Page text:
A wonderful read; completely engrossing. So a hearty thank you to my friend, for recommending it. Now: get out there this weekend and talk to some good people, and for the love of all that's holy, remember to ask them what they're reading.

*And yes, I think he actually quoted the entire subtitle from memory, so you can see why I love him.

Jonathan Crombie

Yes, I know you're not supposed to feel about celebrity deaths like you've lost someone you actually know. But can we have a moment of silence for my childhood crush*, Gilbert Blythe?

Jonathan Crombie, star of 'Anne of Green Gables,' dies at 48

This just seems wrong, and I must admit has added to my generally cranky month. If I told you how many times I rewound my VCR tape of "Anne of Green Gables: The Sequel" (taped off of PBS, natch) to re-watch the romantic ending, you would be appalled. That may, in fact, also have been the beginning of my love affair with all things Canadian.

*Okay, my absolute first crush was John Cusack in The Journey of Natty Gann, but let's not split hairs.

Depressing nonfiction: Robert Putnam's Our Kids

Mr. CR was right, I've been reading a lot of depressing nonfiction books.

One of them was Robert Putnam's Our Kids: The American Dream in Crisis. I checked this book out because of its author: Putnam is best known for his 2000 title Bowling Alone: The Collapse and Revival of American Community. That book, although I read it so long ago that I can barely remember it, spawned a particularly nerdy reading habit of mine, when reading any kind of investigative, historical, economic, or sociological work of nonfiction. I almost always play "Find Putnam"--or, more specifically, look through a book's text, notes, references, and index for references to Bowling Alone. And you'd be surprised how often you find it; it surely has to be one of the most quoted books of the late twentieth century (which is why I started noticing it and playing the game).

So when I saw he had a new book out, I thought I'd try it, although with a title like that you know it certainly isn't going to be a happy read. Putnam explores what he calls the growing "opportunity gap," by which kids from different economic classes face a lifetime of different opportunities in their families, education, community, and personal economic lives. To do this, he relies not only on a ton of research (the notes section in this book is 83 pages long), but primarily on qualitative research and the personal stories (garnered through many personal interviews) that he uses to tell his story. Such as:

"David was a scrawny 18-year-old in jeans and a baseball cap when we first encountered him in a Port Clinton park in 2012. His father had dropped out of high school and tried in vain to make a living as a truck driver, like his own father, but as an adult has been employed only episodically, in odd jobs like landscaping. David apologizes for not being able to tell us more about his father. 'He's in prison,' he explains, 'and I can't ask him.' David's parents separated when David was very little, and his mother moved out, so he can't tell us much about her, either, except to say that she lives in the Port Clinton area. 'All her boyfriends have been nuts,' he says. 'I never really got to see my mom that much. She was never there.'" (p. 27.)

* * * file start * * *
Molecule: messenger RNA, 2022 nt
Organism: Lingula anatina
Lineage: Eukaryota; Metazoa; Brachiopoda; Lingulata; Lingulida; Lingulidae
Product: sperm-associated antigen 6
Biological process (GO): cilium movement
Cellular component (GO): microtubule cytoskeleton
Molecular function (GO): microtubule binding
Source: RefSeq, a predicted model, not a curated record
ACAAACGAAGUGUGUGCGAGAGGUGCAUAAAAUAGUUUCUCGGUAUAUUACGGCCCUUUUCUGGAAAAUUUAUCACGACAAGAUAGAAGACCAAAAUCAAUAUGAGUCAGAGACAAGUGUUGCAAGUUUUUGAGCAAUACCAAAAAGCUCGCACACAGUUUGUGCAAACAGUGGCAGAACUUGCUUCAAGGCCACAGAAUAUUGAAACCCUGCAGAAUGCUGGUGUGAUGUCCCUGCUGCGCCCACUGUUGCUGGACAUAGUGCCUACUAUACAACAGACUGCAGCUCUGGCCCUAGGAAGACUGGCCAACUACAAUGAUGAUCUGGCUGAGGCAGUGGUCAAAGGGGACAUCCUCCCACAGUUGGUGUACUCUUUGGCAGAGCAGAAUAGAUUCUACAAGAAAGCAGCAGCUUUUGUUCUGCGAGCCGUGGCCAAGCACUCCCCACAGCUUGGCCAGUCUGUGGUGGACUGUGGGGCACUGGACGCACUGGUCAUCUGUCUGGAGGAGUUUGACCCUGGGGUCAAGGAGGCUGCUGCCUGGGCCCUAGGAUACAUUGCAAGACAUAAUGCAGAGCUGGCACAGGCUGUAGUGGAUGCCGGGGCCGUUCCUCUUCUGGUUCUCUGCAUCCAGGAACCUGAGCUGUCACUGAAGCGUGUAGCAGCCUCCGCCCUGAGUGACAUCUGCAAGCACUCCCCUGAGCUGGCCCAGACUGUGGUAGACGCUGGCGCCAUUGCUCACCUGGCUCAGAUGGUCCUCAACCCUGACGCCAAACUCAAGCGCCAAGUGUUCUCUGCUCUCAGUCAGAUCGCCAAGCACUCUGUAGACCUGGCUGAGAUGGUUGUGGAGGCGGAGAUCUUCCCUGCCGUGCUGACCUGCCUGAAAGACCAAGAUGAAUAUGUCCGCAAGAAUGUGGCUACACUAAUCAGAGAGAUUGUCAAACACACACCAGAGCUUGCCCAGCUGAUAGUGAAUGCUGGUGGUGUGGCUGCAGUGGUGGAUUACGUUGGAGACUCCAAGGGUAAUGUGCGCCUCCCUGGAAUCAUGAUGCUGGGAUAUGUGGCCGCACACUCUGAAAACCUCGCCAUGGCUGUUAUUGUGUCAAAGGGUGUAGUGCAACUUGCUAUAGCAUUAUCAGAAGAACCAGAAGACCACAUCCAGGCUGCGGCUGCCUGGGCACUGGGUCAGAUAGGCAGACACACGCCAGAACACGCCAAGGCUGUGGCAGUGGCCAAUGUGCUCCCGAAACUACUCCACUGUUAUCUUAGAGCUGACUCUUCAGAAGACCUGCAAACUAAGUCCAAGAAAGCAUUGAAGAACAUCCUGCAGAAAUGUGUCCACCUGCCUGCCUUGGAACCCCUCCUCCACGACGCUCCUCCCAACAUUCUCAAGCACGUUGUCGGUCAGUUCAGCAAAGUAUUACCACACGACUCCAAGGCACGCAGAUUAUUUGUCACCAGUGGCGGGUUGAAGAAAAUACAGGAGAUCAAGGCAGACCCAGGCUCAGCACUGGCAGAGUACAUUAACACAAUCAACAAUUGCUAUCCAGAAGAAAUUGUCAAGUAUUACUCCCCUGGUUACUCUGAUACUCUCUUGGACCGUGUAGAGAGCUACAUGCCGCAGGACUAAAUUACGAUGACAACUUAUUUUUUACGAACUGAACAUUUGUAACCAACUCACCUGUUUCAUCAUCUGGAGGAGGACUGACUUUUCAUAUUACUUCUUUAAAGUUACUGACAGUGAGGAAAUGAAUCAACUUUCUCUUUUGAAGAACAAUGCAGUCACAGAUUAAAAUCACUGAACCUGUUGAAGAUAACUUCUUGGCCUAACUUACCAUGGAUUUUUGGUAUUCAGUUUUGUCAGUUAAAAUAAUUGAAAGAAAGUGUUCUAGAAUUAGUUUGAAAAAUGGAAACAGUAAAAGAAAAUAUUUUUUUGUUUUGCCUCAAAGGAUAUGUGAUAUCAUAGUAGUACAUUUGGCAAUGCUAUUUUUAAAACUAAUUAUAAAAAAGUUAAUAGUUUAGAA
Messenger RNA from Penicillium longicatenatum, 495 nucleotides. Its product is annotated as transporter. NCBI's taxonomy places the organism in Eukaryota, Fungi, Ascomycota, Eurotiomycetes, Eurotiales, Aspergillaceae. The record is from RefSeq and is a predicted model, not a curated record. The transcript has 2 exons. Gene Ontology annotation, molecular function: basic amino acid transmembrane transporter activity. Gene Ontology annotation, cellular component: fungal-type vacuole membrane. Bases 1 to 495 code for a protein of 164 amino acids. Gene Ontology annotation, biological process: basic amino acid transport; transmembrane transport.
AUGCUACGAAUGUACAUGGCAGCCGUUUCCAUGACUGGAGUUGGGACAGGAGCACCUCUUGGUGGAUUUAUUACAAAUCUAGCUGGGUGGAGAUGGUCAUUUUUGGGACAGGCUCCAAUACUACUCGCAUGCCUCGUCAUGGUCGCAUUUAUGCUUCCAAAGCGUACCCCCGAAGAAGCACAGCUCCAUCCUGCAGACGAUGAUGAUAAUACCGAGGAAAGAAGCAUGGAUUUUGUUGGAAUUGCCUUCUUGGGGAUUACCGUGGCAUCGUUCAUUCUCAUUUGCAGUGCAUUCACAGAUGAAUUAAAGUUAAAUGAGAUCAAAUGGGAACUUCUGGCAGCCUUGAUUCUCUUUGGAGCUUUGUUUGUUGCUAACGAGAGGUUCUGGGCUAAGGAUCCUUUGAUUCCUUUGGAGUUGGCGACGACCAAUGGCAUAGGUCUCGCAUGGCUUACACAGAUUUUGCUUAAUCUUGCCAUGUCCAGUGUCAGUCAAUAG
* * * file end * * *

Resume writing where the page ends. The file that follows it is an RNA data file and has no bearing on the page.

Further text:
I can't really say that anything I read in this book was a surprise. There's an overwhelming amount of evidence showing that there is increasingly a class-based (perhaps even more than race-based) divergence in not only current living conditions between poor kids and rich kids, but a divergence in future social, educational, and economic mobility. This is particularly disheartening in a country largely built on the principle that if you simply work hard, you can succeed.

The two most disturbing parts of the book (to me) were the paragraph that said "high[test]-scoring poor kids are now slightly less likely (29 percent) to get a college degree than low-scoring rich kids (30 percent)." (p. 190.) That's gross. And this paragraph, in the last section explaining the authors' research methods: "Just the simple act of scheduling an interview with working-class respondents--who lacked reliable transportation, money for gas, stable work hours, and child care--showed us how hard it is to plan for the future amid constant insecurity and uncertainty." (p. 270.)

It was a thought-provoking book (although I don't think it will have the reach that Bowling Alone did), and I was glad that the author concluded with a "What Is to Be Done?" chapter in which he tried to make a few suggestions. But it was sad, and I worry that of course it will only be read by people who already agree with its premise. But there you have it.

New Nonfiction (with commentary): 20 April 2015

A new series, published each Monday, sharing a selected list of new nonfiction titles to be published during the week. List originally published at The Reader's Advisor Online. Text in bold is commentary.

Alexander, Elizabeth--The Light of the World: A Memoir [the author "finds herself at an existential crossroads after the sudden death of her husband." Are there a lot of these types of memoirs lately or does it just seem like it?]
Bolick, Kate--Spinster: Making a Life of One’s Own [Wow, 100,000 first printing. They anticipate a lot of people who will appreciate the label "spinster," or is there something about this author I don't know?]
Bradley, James--The China Mirage: The Hidden History of American Disaster in Asia [I find James Bradley a very boring author of history.]